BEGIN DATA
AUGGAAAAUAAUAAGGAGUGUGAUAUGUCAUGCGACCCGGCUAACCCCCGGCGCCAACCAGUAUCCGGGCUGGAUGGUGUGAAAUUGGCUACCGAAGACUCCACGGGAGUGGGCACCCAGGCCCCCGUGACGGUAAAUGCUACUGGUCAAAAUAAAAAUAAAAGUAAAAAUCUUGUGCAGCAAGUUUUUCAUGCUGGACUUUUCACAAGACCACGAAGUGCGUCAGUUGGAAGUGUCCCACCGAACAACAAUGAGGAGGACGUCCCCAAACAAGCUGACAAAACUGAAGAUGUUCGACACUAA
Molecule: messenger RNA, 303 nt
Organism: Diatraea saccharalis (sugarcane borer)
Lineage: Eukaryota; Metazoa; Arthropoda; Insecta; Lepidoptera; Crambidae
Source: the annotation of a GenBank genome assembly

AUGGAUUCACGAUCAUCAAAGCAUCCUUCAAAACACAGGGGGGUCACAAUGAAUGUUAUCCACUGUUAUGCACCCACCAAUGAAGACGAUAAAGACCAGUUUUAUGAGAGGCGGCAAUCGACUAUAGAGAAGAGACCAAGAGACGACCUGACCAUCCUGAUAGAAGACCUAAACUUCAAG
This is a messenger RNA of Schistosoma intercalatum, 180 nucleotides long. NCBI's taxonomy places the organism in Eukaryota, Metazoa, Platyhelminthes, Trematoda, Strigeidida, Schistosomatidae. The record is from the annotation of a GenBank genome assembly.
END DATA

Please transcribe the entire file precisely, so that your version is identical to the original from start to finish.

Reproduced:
AUGGAAAAUAAUAAGGAGUGUGAUAUGUCAUGCGACCCGGCUAACCCCCGGCGCCAACCAGUAUCCGGGCUGGAUGGUGUGAAAUUGGCUACCGAAGACUCCACGGGAGUGGGCACCCAGGCCCCCGUGACGGUAAAUGCUACUGGUCAAAAUAAAAAUAAAAGUAAAAAUCUUGUGCAGCAAGUUUUUCAUGCUGGACUUUUCACAAGACCACGAAGUGCGUCAGUUGGAAGUGUCCCACCGAACAACAAUGAGGAGGACGUCCCCAAACAAGCUGACAAAACUGAAGAUGUUCGACACUAA
Molecule: messenger RNA, 303 nt
Organism: Diatraea saccharalis (sugarcane borer)
Lineage: Eukaryota; Metazoa; Arthropoda; Insecta; Lepidoptera; Crambidae
Source: the annotation of a GenBank genome assembly

AUGGAUUCACGAUCAUCAAAGCAUCCUUCAAAACACAGGGGGGUCACAAUGAAUGUUAUCCACUGUUAUGCACCCACCAAUGAAGACGAUAAAGACCAGUUUUAUGAGAGGCGGCAAUCGACUAUAGAGAAGAGACCAAGAGACGACCUGACCAUCCUGAUAGAAGACCUAAACUUCAAG
This is a messenger RNA of Schistosoma intercalatum, 180 nucleotides long. NCBI's taxonomy places the organism in Eukaryota, Metazoa, Platyhelminthes, Trematoda, Strigeidida, Schistosomatidae. The record is from the annotation of a GenBank genome assembly.